Updated 09/10/2012 05:04 PM
Chaplin sentenced for 1994 murder
The man convicted of killing Rosemary Crosier back in 1994 was sentenced in Rensselaer County Court. Our Beth Croughan has more from Troy.
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TROY, N.Y. -- "For 18 years, I have been numb. But today, I can feel. Because you, the vicious murderer you are, will begin your miserable lonely life," said Cherie Crosier as she spoke to an un-cuffed Scott Chaplin on the day he's sentenced for the murder of her mother, Rosemary Crosier.
Back in July, a jury convicted Chaplin for Rosemary's 1994 beating death. But Chaplin interrupted Crosier in court as she read her statement.
"You do not speak a word until I tell you you can," responded Judge Andrew Ceresia.
That forced the judge to put Chaplin back in handcuffs.
Ceresia eventually sentenced Chaplin to 25 years to life in prison. But before Ceresia sent Chaplin back behind bars, Chaplin told the court the jury's decision was the wrong one.
"I'd like to apologize to the family. I'm sorry for what you're going through. But I am an innocent man, I was wrongly convicted," said Scott Chaplin during his statement in court.
After his statement, there was another interruption in the courtroom, forcing the court officers to remove family members from both sides of the case.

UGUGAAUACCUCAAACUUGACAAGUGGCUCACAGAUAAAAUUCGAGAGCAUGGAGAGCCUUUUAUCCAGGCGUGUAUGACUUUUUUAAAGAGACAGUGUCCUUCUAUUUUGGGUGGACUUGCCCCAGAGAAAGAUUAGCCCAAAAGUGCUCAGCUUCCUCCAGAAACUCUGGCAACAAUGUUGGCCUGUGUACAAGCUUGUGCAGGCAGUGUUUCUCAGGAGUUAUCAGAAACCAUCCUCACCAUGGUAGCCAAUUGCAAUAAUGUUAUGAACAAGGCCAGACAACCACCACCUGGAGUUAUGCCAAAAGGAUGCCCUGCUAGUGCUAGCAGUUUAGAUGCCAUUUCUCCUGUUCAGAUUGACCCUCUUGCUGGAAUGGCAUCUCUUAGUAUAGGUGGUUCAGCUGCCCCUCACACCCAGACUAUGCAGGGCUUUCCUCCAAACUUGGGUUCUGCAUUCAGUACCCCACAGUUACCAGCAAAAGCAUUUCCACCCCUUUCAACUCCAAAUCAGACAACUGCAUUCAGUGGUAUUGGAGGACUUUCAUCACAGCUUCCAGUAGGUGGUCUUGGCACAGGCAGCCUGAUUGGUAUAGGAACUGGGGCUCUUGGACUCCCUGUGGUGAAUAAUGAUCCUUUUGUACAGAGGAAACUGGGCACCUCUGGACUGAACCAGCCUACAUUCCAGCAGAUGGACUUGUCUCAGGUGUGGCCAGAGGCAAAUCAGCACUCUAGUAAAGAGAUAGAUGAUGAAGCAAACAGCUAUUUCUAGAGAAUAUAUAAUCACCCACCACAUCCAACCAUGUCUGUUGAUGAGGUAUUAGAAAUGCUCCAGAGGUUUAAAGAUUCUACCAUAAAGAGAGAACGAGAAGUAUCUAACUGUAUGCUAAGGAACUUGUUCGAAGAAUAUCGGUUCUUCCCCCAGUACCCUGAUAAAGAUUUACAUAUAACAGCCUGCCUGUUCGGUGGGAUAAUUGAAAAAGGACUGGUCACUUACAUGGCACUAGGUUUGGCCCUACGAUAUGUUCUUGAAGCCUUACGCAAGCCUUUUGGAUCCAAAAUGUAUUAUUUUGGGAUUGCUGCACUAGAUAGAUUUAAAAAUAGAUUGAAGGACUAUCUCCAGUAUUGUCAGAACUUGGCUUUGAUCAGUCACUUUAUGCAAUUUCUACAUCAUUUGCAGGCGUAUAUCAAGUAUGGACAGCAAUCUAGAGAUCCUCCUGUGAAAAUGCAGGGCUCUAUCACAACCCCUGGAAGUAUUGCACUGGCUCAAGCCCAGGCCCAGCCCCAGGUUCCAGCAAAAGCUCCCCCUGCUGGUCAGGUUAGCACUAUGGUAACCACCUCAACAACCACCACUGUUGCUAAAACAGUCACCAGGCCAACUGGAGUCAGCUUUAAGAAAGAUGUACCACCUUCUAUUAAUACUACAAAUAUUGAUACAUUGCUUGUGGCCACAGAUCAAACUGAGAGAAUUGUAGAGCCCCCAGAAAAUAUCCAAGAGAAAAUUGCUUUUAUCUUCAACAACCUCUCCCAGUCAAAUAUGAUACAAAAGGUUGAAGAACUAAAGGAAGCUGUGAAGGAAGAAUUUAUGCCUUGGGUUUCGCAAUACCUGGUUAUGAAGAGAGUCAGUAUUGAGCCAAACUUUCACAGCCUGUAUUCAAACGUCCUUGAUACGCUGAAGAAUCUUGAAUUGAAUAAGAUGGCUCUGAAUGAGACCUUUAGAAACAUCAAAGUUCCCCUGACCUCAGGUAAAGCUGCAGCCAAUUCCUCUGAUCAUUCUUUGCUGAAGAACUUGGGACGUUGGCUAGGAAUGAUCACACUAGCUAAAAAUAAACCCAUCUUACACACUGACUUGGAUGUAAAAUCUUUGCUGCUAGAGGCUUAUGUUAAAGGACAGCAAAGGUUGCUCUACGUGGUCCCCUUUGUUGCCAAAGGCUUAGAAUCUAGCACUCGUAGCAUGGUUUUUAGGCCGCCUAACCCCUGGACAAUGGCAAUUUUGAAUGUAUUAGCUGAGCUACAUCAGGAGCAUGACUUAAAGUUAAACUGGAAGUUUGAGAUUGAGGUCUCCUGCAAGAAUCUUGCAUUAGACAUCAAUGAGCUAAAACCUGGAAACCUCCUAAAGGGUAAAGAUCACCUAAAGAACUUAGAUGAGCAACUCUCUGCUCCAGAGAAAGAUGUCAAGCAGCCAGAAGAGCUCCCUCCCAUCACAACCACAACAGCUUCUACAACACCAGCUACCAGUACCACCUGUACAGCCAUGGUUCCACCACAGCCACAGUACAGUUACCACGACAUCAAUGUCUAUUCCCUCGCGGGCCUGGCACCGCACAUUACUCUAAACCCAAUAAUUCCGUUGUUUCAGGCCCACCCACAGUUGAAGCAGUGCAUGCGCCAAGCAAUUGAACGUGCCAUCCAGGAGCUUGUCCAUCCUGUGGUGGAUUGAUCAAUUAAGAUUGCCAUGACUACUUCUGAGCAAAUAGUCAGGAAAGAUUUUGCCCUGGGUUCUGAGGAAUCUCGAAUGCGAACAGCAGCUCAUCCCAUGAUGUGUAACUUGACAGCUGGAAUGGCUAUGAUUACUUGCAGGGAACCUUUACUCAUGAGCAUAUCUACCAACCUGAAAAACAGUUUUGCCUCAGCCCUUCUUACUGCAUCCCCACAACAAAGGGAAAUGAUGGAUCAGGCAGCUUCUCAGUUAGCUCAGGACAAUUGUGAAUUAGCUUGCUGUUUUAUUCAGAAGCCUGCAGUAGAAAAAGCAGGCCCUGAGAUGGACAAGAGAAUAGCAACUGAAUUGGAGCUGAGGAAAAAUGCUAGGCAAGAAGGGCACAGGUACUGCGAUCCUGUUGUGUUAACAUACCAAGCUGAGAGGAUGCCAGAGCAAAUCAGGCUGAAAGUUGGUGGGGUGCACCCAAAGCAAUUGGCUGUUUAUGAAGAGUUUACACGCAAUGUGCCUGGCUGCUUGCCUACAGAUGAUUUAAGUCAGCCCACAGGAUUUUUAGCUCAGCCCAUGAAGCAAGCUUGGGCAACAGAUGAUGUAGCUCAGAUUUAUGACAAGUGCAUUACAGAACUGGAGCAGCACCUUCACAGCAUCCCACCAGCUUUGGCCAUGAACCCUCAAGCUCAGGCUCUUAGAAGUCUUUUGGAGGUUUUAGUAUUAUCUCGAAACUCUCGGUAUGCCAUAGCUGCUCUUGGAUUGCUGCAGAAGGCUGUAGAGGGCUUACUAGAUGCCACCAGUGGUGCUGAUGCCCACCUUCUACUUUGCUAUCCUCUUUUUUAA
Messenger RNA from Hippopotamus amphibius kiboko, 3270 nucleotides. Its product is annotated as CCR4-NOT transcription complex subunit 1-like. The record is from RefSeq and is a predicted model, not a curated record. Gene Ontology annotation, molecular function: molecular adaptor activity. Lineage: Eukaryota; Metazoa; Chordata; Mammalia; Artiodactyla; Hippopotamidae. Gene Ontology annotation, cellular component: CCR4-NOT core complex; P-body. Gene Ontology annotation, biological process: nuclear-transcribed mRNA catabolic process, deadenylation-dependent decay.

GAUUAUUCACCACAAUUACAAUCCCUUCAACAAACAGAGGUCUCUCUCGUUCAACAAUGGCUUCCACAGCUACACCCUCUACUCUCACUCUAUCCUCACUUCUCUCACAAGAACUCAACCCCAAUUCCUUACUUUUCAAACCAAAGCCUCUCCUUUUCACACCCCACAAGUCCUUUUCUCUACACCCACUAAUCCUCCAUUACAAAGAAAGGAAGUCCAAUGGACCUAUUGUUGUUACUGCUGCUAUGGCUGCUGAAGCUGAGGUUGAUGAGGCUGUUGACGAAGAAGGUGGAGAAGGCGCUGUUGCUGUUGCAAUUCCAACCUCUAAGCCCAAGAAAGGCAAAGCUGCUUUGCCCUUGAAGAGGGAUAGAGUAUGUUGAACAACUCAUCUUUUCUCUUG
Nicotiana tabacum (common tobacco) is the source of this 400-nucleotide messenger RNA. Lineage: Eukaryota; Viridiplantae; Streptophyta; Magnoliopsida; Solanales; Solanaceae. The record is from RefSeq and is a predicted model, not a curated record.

But Special Prosecutor Bob Becher said Chaplin was convicted on extremely compelling evidence. Chaplin's DNA was found at the crime scene.
"I think in this particular case, the Scott Chaplin trial, I think justice was served," said Becher.
Chaplin, who admitted to having an affair with Rosemary, was the second of two men to be tried for her death. George Mott was acquitted earlier this year.
So Monday, after 18 years and many hours in court, Crosier's family said they finally have some closure.
"It's been 18 years. The hard part is over. Now this is finally over and we're finally happier. Yeah, it is closure, definitely."
Chaplin's attorney, Fred Ackerman, said he planned to file a notice of appeal in the next 24 hours and believes this case will have a different outcome in appellate court.